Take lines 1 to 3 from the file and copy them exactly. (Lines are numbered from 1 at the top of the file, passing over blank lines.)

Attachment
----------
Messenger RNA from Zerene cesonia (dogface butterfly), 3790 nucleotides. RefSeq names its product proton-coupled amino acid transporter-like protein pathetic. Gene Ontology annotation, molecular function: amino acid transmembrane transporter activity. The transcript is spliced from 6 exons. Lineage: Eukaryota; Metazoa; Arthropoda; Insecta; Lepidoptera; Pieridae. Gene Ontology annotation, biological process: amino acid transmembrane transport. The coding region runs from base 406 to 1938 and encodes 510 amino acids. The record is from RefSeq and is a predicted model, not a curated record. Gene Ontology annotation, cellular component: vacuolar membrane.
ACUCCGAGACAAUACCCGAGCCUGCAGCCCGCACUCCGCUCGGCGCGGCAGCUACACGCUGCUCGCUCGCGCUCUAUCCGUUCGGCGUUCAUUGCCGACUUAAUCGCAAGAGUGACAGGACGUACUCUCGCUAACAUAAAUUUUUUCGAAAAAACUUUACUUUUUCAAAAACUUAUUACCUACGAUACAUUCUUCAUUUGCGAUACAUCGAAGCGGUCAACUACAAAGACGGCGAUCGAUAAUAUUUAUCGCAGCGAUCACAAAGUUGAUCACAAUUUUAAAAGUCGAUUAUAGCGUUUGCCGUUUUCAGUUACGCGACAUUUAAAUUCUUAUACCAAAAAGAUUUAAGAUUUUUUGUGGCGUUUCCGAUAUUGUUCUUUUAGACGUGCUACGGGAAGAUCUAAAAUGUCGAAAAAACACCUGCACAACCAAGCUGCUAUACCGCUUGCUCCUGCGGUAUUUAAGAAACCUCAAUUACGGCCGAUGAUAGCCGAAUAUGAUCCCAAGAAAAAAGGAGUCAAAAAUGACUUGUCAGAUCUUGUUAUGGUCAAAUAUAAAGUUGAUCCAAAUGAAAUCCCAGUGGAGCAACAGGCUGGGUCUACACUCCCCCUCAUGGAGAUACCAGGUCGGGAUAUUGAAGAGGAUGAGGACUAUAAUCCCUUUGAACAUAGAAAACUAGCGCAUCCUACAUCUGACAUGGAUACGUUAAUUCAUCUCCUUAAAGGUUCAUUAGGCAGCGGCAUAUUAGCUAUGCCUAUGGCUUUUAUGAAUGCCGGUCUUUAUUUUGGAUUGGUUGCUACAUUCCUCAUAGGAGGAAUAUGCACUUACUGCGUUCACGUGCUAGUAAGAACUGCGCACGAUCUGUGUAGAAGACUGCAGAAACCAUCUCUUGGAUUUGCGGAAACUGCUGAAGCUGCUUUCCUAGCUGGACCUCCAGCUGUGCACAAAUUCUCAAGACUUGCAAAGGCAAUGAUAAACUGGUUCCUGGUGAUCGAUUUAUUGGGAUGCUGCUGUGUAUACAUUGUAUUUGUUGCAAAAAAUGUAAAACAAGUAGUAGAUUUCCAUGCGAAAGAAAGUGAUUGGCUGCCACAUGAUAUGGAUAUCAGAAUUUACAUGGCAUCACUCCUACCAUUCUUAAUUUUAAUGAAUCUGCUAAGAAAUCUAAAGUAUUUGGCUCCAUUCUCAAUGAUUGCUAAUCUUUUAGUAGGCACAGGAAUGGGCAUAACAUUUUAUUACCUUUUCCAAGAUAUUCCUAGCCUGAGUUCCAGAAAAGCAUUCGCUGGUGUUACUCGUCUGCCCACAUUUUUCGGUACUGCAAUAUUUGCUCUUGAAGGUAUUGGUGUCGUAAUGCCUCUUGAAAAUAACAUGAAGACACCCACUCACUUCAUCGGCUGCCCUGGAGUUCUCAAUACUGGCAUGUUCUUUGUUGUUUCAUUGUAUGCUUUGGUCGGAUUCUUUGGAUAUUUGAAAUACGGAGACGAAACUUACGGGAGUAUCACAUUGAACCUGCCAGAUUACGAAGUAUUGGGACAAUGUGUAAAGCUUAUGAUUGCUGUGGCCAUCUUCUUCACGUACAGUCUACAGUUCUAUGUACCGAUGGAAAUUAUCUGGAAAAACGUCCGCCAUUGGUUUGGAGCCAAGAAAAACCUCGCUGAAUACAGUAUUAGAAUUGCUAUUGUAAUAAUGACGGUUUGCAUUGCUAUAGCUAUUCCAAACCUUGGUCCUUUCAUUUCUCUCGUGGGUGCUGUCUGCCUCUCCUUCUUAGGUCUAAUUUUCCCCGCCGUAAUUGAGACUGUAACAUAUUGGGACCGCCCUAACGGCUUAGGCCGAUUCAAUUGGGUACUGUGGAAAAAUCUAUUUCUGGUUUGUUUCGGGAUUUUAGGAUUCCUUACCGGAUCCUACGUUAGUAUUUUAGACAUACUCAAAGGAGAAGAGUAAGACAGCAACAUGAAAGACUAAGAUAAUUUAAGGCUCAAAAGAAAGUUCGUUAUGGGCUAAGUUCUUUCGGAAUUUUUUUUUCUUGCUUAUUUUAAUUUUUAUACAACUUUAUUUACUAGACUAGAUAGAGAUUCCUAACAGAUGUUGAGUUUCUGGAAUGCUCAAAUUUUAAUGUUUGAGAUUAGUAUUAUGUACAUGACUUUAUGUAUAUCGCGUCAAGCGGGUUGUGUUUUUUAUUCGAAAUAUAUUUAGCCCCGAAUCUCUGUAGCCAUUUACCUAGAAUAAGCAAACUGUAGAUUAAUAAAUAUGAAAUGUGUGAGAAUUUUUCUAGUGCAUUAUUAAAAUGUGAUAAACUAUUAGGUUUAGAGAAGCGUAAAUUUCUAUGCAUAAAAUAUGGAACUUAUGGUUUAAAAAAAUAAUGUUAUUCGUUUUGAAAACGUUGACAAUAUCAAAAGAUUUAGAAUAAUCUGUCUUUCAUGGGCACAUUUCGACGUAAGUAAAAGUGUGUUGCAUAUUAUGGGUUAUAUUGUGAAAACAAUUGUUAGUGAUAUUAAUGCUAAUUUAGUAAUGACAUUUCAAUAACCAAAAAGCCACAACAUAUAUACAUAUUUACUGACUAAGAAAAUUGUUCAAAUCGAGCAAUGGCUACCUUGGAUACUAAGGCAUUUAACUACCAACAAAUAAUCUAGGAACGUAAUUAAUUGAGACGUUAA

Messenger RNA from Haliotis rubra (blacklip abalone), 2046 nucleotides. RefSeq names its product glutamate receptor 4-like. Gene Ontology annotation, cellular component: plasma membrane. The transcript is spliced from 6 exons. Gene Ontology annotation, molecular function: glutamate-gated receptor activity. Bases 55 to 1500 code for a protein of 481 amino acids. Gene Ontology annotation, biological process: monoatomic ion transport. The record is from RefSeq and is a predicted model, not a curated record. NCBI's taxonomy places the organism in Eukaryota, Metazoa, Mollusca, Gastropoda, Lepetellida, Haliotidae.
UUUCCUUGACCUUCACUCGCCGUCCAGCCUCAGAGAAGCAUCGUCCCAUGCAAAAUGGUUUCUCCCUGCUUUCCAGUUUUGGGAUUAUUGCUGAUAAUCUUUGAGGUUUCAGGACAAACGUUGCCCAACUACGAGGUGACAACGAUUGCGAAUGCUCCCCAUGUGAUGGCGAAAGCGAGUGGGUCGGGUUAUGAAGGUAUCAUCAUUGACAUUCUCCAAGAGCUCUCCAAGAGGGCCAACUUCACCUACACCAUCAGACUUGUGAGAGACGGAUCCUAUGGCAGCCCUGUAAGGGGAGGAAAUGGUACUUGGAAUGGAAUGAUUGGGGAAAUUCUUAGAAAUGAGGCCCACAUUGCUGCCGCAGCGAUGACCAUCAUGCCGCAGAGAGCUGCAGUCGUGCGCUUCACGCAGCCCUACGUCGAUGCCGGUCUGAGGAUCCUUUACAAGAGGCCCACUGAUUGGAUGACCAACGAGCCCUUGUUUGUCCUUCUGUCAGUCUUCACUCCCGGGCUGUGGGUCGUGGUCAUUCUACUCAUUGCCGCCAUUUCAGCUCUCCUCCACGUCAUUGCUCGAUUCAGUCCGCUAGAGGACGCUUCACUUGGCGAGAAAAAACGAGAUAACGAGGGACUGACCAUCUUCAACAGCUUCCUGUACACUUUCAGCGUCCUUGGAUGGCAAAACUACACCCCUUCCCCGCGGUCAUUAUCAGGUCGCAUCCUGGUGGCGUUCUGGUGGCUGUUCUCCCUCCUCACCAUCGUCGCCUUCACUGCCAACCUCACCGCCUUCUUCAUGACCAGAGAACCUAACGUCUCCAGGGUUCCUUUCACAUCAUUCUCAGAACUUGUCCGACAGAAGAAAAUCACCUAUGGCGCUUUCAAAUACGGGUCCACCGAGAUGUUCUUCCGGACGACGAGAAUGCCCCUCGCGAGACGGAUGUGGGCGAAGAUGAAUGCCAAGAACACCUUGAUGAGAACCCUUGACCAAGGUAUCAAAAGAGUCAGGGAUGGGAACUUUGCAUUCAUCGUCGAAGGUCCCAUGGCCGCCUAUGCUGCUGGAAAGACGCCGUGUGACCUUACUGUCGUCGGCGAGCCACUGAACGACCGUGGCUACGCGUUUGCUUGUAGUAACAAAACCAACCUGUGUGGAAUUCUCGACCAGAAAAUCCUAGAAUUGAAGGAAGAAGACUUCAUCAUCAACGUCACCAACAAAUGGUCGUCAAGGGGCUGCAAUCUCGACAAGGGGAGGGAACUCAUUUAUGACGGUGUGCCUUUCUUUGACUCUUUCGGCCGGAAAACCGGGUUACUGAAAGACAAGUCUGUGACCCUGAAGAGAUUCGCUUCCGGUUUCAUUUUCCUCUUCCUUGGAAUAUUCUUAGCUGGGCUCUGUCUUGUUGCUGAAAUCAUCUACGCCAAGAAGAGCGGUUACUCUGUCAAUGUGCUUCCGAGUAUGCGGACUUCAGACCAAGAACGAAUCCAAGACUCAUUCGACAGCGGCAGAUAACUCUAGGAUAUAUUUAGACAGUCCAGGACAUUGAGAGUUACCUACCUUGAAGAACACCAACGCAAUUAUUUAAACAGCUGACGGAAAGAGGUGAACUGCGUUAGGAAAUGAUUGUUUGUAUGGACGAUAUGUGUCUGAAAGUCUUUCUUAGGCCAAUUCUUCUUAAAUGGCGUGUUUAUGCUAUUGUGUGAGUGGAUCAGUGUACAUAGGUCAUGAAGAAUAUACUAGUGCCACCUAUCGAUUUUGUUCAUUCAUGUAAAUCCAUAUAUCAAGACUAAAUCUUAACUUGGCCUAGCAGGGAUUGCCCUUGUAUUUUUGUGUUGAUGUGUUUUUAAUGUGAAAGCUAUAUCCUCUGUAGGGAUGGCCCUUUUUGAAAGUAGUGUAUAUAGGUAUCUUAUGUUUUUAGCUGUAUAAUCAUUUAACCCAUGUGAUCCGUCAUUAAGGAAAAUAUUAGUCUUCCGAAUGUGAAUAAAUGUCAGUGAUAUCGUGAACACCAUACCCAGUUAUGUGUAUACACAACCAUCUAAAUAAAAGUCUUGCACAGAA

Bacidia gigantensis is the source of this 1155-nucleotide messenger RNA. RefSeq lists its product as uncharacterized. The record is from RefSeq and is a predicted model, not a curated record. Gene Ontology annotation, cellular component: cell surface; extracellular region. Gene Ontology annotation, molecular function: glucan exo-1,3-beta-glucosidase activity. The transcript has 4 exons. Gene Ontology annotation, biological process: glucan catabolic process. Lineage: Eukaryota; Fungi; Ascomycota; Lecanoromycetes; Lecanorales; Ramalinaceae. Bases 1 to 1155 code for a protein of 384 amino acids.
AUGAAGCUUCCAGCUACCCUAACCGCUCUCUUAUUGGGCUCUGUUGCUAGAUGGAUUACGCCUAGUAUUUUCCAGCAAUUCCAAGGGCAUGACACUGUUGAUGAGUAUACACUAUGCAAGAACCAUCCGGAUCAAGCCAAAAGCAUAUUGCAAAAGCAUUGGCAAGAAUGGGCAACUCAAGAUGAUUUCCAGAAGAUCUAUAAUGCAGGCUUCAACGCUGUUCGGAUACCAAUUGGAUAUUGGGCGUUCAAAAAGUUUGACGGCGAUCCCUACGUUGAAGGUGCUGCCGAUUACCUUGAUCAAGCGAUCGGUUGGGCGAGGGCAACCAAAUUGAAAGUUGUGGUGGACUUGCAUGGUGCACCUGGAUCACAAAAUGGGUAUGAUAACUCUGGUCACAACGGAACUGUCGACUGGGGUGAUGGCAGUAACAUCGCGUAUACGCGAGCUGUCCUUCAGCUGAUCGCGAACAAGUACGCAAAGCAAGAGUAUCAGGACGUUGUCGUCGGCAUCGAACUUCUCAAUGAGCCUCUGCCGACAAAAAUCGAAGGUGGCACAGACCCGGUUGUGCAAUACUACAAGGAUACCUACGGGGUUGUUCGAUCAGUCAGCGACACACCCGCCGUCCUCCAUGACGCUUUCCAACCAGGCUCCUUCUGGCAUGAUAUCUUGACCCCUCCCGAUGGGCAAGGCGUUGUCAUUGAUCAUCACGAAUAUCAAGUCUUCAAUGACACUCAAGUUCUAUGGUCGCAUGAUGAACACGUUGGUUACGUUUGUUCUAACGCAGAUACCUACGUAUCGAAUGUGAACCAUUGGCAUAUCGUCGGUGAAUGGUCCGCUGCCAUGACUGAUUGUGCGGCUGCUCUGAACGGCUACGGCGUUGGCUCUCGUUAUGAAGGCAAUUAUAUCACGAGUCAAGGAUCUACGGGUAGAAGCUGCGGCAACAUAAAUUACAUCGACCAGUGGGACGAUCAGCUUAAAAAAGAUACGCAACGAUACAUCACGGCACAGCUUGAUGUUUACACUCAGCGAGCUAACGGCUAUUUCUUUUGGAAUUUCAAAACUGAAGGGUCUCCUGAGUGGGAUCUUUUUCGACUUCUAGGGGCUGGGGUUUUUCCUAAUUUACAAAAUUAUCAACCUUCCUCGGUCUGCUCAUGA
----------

Messenger RNA from Zerene cesonia (dogface butterfly), 3790 nucleotides. RefSeq names its product proton-coupled amino acid transporter-like protein pathetic. Gene Ontology annotation, molecular function: amino acid transmembrane transporter activity. The transcript is spliced from 6 exons. Lineage: Eukaryota; Metazoa; Arthropoda; Insecta; Lepidoptera; Pieridae. Gene Ontology annotation, biological process: amino acid transmembrane transport. The coding region runs from base 406 to 1938 and encodes 510 amino acids. The record is from RefSeq and is a predicted model, not a curated record. Gene Ontology annotation, cellular component: vacuolar membrane.
ACUCCGAGACAAUACCCGAGCCUGCAGCCCGCACUCCGCUCGGCGCGGCAGCUACACGCUGCUCGCUCGCGCUCUAUCCGUUCGGCGUUCAUUGCCGACUUAAUCGCAAGAGUGACAGGACGUACUCUCGCUAACAUAAAUUUUUUCGAAAAAACUUUACUUUUUCAAAAACUUAUUACCUACGAUACAUUCUUCAUUUGCGAUACAUCGAAGCGGUCAACUACAAAGACGGCGAUCGAUAAUAUUUAUCGCAGCGAUCACAAAGUUGAUCACAAUUUUAAAAGUCGAUUAUAGCGUUUGCCGUUUUCAGUUACGCGACAUUUAAAUUCUUAUACCAAAAAGAUUUAAGAUUUUUUGUGGCGUUUCCGAUAUUGUUCUUUUAGACGUGCUACGGGAAGAUCUAAAAUGUCGAAAAAACACCUGCACAACCAAGCUGCUAUACCGCUUGCUCCUGCGGUAUUUAAGAAACCUCAAUUACGGCCGAUGAUAGCCGAAUAUGAUCCCAAGAAAAAAGGAGUCAAAAAUGACUUGUCAGAUCUUGUUAUGGUCAAAUAUAAAGUUGAUCCAAAUGAAAUCCCAGUGGAGCAACAGGCUGGGUCUACACUCCCCCUCAUGGAGAUACCAGGUCGGGAUAUUGAAGAGGAUGAGGACUAUAAUCCCUUUGAACAUAGAAAACUAGCGCAUCCUACAUCUGACAUGGAUACGUUAAUUCAUCUCCUUAAAGGUUCAUUAGGCAGCGGCAUAUUAGCUAUGCCUAUGGCUUUUAUGAAUGCCGGUCUUUAUUUUGGAUUGGUUGCUACAUUCCUCAUAGGAGGAAUAUGCACUUACUGCGUUCACGUGCUAGUAAGAACUGCGCACGAUCUGUGUAGAAGACUGCAGAAACCAUCUCUUGGAUUUGCGGAAACUGCUGAAGCUGCUUUCCUAGCUGGACCUCCAGCUGUGCACAAAUUCUCAAGACUUGCAAAGGCAAUGAUAAACUGGUUCCUGGUGAUCGAUUUAUUGGGAUGCUGCUGUGUAUACAUUGUAUUUGUUGCAAAAAAUGUAAAACAAGUAGUAGAUUUCCAUGCGAAAGAAAGUGAUUGGCUGCCACAUGAUAUGGAUAUCAGAAUUUACAUGGCAUCACUCCUACCAUUCUUAAUUUUAAUGAAUCUGCUAAGAAAUCUAAAGUAUUUGGCUCCAUUCUCAAUGAUUGCUAAUCUUUUAGUAGGCACAGGAAUGGGCAUAACAUUUUAUUACCUUUUCCAAGAUAUUCCUAGCCUGAGUUCCAGAAAAGCAUUCGCUGGUGUUACUCGUCUGCCCACAUUUUUCGGUACUGCAAUAUUUGCUCUUGAAGGUAUUGGUGUCGUAAUGCCUCUUGAAAAUAACAUGAAGACACCCACUCACUUCAUCGGCUGCCCUGGAGUUCUCAAUACUGGCAUGUUCUUUGUUGUUUCAUUGUAUGCUUUGGUCGGAUUCUUUGGAUAUUUGAAAUACGGAGACGAAACUUACGGGAGUAUCACAUUGAACCUGCCAGAUUACGAAGUAUUGGGACAAUGUGUAAAGCUUAUGAUUGCUGUGGCCAUCUUCUUCACGUACAGUCUACAGUUCUAUGUACCGAUGGAAAUUAUCUGGAAAAACGUCCGCCAUUGGUUUGGAGCCAAGAAAAACCUCGCUGAAUACAGUAUUAGAAUUGCUAUUGUAAUAAUGACGGUUUGCAUUGCUAUAGCUAUUCCAAACCUUGGUCCUUUCAUUUCUCUCGUGGGUGCUGUCUGCCUCUCCUUCUUAGGUCUAAUUUUCCCCGCCGUAAUUGAGACUGUAACAUAUUGGGACCGCCCUAACGGCUUAGGCCGAUUCAAUUGGGUACUGUGGAAAAAUCUAUUUCUGGUUUGUUUCGGGAUUUUAGGAUUCCUUACCGGAUCCUACGUUAGUAUUUUAGACAUACUCAAAGGAGAAGAGUAAGACAGCAACAUGAAAGACUAAGAUAAUUUAAGGCUCAAAAGAAAGUUCGUUAUGGGCUAAGUUCUUUCGGAAUUUUUUUUUCUUGCUUAUUUUAAUUUUUAUACAACUUUAUUUACUAGACUAGAUAGAGAUUCCUAACAGAUGUUGAGUUUCUGGAAUGCUCAAAUUUUAAUGUUUGAGAUUAGUAUUAUGUACAUGACUUUAUGUAUAUCGCGUCAAGCGGGUUGUGUUUUUUAUUCGAAAUAUAUUUAGCCCCGAAUCUCUGUAGCCAUUUACCUAGAAUAAGCAAACUGUAGAUUAAUAAAUAUGAAAUGUGUGAGAAUUUUUCUAGUGCAUUAUUAAAAUGUGAUAAACUAUUAGGUUUAGAGAAGCGUAAAUUUCUAUGCAUAAAAUAUGGAACUUAUGGUUUAAAAAAAUAAUGUUAUUCGUUUUGAAAACGUUGACAAUAUCAAAAGAUUUAGAAUAAUCUGUCUUUCAUGGGCACAUUUCGACGUAAGUAAAAGUGUGUUGCAUAUUAUGGGUUAUAUUGUGAAAACAAUUGUUAGUGAUAUUAAUGCUAAUUUAGUAAUGACAUUUCAAUAACCAAAAAGCCACAACAUAUAUACAUAUUUACUGACUAAGAAAAUUGUUCAAAUCGAGCAAUGGCUACCUUGGAUACUAAGGCAUUUAACUACCAACAAAUAAUCUAGGAACGUAAUUAAUUGAGACGUUAA

Messenger RNA from Haliotis rubra (blacklip abalone), 2046 nucleotides. RefSeq names its product glutamate receptor 4-like. Gene Ontology annotation, cellular component: plasma membrane. The transcript is spliced from 6 exons. Gene Ontology annotation, molecular function: glutamate-gated receptor activity. Bases 55 to 1500 code for a protein of 481 amino acids. Gene Ontology annotation, biological process: monoatomic ion transport. The record is from RefSeq and is a predicted model, not a curated record. NCBI's taxonomy places the organism in Eukaryota, Metazoa, Mollusca, Gastropoda, Lepetellida, Haliotidae.